Elephant seals drift off to sleep and go into an unconscious spiral during deep dives, a new study by US scientists has discovered.
The brainwave patterns of tracked seals have revealed that they average only two hours of sleep daily during months-long foraging trips at sea, made up of a series of 10-minute power naps while diving. Yet at the surface on a beach, elephant seals will happily sleep for about 10 hours a day.
Whales, dolphins, fur seals and sea-lions are known to favour “unihemispheric sleep”, which means that one side of their brains always remains awake. In most other mammals such as humans and true seals, both hemispheres of the brain are asleep simultaneously.
Elephant seals go into rapid eye-movement (REM) sleep during deep dives that can last up to 30 minutes, with sleep paralysis causing them to turn upside-down and drift downwards in a corkscrew “sleep spiral”, according to the study. This sometimes ends with them lying motionless on the seabed for minutes before they wake up again. Elephant seals feel safer from predators such as sharks and orca at depth.
The study marked the first time scientists have ever succeeded in recording brain activity in a free-ranging wild marine mammal.
Jessica Kendall-Bar, a postdoctoral fellow at UC San Diego’s Scripps Institution of Oceanography, led the study with ecology and evolutionary biology professors Daniel Costa and Terrie Williams of the University of California Santa Cruz, where she had been a graduate student.
“For years, one of the central questions about elephant seals has been: when do they sleep?” said Prof Costa, director of the UCSC Institute of Marine Sciences, which has studied elephant seals at Año Nuevo Reserve north of Santa Cruz for more than 25 years.
“The dive records show that they are constantly diving, so we thought they must be sleeping during what we call drift dives, when they stop swimming and slowly sink,” said Prof Costa. “But we really didn’t know.
“Now we’re finally able to say they’re definitely sleeping during those dives, and we also found that they’re not sleeping very much overall compared to other mammals.” While at sea, elephant seals rival African elephants for the record of mammals that get by on least sleep.
Kendall-Bar devised a system to record the elephant seals’ brain activity that employed EEG sensors and a data-logger on a neoprene headcap, all able to be retrieved once the animals returned to Año Nuevo. They also carried time-depth recorders, accelerometers and other instruments enabling their movements to be tracked and matched with their brain activity at any given moment.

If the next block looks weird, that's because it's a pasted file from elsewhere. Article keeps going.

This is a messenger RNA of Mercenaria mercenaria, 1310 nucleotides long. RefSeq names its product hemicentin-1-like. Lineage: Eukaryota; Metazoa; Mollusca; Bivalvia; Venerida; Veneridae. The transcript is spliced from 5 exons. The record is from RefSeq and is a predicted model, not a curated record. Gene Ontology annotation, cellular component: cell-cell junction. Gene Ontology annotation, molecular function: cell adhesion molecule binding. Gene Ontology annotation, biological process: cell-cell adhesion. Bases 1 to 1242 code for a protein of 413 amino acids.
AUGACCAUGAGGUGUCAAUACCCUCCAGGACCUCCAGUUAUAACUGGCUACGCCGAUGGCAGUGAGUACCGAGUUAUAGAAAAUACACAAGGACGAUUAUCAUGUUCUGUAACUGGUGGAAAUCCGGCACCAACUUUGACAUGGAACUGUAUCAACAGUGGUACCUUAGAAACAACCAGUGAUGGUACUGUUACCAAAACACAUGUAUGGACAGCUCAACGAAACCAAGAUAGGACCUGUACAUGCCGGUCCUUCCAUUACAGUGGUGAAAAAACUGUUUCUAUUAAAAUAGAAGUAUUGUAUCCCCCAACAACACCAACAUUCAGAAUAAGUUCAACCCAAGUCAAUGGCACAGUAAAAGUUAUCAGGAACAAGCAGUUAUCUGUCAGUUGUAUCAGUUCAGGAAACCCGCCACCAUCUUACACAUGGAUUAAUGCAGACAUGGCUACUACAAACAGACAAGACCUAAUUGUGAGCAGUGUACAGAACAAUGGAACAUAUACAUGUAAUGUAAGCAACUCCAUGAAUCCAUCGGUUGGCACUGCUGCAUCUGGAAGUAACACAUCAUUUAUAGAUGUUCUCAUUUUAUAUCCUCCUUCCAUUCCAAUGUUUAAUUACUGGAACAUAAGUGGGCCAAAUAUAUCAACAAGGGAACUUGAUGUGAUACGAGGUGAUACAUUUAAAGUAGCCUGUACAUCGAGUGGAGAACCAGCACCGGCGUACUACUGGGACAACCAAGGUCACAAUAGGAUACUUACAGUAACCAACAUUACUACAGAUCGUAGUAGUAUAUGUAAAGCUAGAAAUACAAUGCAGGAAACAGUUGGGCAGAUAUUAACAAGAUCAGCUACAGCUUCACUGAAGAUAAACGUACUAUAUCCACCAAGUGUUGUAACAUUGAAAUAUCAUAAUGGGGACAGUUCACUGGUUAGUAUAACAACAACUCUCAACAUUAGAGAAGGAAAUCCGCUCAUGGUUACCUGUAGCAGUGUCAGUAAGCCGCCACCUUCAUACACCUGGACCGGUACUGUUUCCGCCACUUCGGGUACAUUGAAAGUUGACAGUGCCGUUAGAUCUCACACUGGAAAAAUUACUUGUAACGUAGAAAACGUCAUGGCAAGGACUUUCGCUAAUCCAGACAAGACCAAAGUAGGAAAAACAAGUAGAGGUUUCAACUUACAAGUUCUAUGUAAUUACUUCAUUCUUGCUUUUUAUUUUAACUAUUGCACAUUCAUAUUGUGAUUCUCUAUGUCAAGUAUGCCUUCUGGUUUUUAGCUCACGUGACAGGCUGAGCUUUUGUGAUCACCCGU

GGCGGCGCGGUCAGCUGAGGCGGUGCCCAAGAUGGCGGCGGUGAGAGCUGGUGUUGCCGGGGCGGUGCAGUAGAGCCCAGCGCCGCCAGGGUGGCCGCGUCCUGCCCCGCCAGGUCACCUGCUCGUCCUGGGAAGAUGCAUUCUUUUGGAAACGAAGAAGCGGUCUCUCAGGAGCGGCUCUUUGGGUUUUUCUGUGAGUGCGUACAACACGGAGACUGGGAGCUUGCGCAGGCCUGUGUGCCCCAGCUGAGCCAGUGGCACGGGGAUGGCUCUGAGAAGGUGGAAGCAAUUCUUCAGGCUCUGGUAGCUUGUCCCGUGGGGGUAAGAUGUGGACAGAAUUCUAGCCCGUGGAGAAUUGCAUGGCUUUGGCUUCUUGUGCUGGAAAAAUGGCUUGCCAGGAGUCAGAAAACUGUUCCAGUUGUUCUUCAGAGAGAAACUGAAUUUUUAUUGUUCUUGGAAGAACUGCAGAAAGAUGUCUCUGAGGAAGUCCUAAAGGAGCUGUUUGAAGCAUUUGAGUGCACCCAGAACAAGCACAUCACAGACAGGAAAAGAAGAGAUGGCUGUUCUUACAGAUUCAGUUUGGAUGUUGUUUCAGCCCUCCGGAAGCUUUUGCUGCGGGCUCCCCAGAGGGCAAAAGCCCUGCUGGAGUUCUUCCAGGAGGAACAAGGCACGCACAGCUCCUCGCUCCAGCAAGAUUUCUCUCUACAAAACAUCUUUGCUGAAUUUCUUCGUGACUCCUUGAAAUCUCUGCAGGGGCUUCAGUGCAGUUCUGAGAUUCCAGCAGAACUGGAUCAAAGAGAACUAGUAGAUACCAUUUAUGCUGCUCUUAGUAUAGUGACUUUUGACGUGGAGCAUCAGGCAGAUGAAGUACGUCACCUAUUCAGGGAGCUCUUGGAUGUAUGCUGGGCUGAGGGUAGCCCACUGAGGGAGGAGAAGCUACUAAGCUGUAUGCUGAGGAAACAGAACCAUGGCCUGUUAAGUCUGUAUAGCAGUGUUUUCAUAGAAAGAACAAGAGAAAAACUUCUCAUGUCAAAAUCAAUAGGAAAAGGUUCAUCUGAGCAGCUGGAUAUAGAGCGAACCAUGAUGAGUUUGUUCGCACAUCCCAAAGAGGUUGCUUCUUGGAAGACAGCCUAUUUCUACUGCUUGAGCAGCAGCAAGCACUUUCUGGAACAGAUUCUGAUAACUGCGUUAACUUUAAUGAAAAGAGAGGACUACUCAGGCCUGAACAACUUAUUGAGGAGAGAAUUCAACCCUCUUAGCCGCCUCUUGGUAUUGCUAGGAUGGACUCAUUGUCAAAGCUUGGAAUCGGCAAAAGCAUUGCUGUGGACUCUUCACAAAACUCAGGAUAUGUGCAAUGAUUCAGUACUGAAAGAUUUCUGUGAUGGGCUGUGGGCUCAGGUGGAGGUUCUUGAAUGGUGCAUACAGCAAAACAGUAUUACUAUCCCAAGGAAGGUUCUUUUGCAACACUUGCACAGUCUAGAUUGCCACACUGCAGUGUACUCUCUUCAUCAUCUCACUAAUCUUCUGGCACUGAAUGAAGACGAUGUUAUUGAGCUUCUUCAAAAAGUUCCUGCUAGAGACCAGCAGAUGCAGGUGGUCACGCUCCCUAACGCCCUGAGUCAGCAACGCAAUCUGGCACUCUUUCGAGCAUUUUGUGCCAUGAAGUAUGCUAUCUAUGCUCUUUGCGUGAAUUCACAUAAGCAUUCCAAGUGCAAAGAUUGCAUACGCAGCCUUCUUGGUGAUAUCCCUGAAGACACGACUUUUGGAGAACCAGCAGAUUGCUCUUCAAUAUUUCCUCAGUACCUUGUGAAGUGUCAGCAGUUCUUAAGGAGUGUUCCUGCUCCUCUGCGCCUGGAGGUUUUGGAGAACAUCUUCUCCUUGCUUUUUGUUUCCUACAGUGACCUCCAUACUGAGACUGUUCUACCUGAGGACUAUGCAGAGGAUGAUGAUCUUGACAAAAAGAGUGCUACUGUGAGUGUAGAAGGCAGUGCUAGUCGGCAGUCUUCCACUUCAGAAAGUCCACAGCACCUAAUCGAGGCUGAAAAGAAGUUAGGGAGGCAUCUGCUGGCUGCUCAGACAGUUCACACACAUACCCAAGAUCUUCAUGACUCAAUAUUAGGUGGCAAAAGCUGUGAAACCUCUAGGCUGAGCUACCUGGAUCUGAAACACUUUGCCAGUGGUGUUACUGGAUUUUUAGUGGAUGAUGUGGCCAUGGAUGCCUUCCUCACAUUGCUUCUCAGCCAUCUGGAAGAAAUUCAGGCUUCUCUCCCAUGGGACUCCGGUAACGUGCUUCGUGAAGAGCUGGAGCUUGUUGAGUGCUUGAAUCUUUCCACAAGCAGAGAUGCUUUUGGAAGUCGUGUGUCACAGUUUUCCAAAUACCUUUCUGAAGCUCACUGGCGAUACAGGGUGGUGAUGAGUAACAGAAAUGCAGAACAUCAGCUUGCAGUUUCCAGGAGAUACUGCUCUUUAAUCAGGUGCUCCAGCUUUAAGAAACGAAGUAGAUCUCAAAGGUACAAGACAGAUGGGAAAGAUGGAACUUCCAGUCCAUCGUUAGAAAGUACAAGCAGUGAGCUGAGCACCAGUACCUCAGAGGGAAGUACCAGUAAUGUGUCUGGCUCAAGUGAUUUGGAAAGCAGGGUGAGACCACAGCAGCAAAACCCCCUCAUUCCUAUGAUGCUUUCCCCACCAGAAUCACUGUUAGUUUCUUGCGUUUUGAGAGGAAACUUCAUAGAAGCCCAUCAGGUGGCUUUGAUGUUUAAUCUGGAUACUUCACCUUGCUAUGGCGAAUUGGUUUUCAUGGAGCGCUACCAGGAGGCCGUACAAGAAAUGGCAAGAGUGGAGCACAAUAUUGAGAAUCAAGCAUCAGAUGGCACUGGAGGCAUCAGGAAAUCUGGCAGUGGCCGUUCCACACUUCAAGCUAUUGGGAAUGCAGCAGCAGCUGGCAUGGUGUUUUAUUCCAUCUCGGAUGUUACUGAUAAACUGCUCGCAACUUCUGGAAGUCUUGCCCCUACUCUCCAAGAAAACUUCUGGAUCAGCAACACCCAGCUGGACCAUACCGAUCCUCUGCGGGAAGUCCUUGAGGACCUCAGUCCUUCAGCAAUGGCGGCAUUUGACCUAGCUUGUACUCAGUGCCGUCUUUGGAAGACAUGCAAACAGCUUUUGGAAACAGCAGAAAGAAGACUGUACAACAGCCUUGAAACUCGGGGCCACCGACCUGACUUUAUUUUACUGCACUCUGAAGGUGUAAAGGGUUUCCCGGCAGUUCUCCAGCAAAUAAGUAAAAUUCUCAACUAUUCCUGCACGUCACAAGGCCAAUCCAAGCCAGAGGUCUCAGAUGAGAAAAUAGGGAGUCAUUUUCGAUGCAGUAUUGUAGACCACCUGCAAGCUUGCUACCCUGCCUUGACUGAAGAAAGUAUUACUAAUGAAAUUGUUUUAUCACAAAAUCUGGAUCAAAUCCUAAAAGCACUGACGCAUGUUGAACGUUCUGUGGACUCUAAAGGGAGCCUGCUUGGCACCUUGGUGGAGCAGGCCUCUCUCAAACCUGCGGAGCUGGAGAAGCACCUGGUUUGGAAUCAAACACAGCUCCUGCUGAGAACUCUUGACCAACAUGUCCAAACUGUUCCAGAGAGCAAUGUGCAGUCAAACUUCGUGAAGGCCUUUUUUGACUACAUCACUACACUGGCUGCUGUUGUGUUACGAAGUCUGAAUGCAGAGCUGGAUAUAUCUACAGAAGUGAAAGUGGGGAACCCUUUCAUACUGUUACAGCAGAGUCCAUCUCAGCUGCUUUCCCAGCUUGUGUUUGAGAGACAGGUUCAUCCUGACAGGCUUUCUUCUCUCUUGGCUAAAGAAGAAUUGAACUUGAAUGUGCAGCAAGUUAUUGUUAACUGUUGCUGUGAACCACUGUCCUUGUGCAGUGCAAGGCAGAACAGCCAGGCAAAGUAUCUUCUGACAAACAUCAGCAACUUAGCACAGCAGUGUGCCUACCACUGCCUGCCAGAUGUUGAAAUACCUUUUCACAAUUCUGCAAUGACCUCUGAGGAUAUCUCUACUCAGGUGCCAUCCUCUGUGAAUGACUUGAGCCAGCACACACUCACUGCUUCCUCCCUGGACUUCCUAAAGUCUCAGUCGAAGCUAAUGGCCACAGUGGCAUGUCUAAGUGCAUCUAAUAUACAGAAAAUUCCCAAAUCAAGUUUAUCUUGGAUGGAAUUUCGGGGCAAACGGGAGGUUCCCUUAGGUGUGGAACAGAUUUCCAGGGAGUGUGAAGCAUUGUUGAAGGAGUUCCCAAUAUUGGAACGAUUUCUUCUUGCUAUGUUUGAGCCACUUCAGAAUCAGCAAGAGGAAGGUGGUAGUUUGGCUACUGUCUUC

Seals taking shorter excursions out to sea from Año Nuevo were found to exhibit similar dive behaviour. With data on brain activity and dive behaviour from 13 juvenile female elephant seals, including a total of 104 sleep dives, Kendall-Bar developed an algorithm for identifying their time spent asleep.
Based on 25 years of data from Prof Costa’s Año Nuevo research, Kendall-Bar was able to extrapolate the results to more than 300 animals. She now plans to use similar methods to study brain activity in other seal species and sea-lions – as well as in human freedivers.
“It’s an amazing feat to pull this off,” said Prof Williams of Kendall-Bar’s work. “She developed an EEG system to work on an animal that’s diving several hundred metres in the ocean. Then she uses the data to create data-driven animations so we can really visualise what the animal is doing as it dives through the water column.”
The results could assist in conservation efforts by revealing a “sleepscape” of preferred resting areas, said Prof Williams. “Normally, we’re concerned about protecting the areas where animals go to feed, but perhaps the places where they sleep are as important as any other critical habitat.” The ground-breaking study has just been published in the journal Science.
Mystery killer unmasked after 40 years
Meanwhile, the mystery perpetrator of a mass killing that almost wiped out long-spined sea-urchins in the Caribbean has been identified as a parasitic micro-organism – a ciliate.
The initial die-off of millions of Diadema antillarum or hatpin urchins occurred 40 years ago, when they suddenly started losing their spines, dying and vanishing in days from the reef. Within a year, 98% had been wiped out.
The urchins had made a slow recovery until last year, when the mystery killer struck again – this time wiping out up to 95% of the remaining Caribbean population.
Microbiologist Prof Ian Hewson of Cornell University in New York collected both healthy and diseased urchins from 23 reef sites and examined tissue samples in his laboratory, seeking evidence of viruses and pathogens.
Turning to genetic signals of micro-organisms such as fungi and ciliates, he found that one of the latter, Philaster apodigitiformis, was present only in sick urchins. Adding it to tanks containing healthy urchins caused 60% of them to lose their spines within days.
Related ciliates had been known to infect sharks but never before to kill sea urchins, having been thought of simply as consumers of bacteria and decaying tissue. Now the researchers know the culprit, they want want to learn what triggers such devastating attacks. Their findings have also just been published in Science.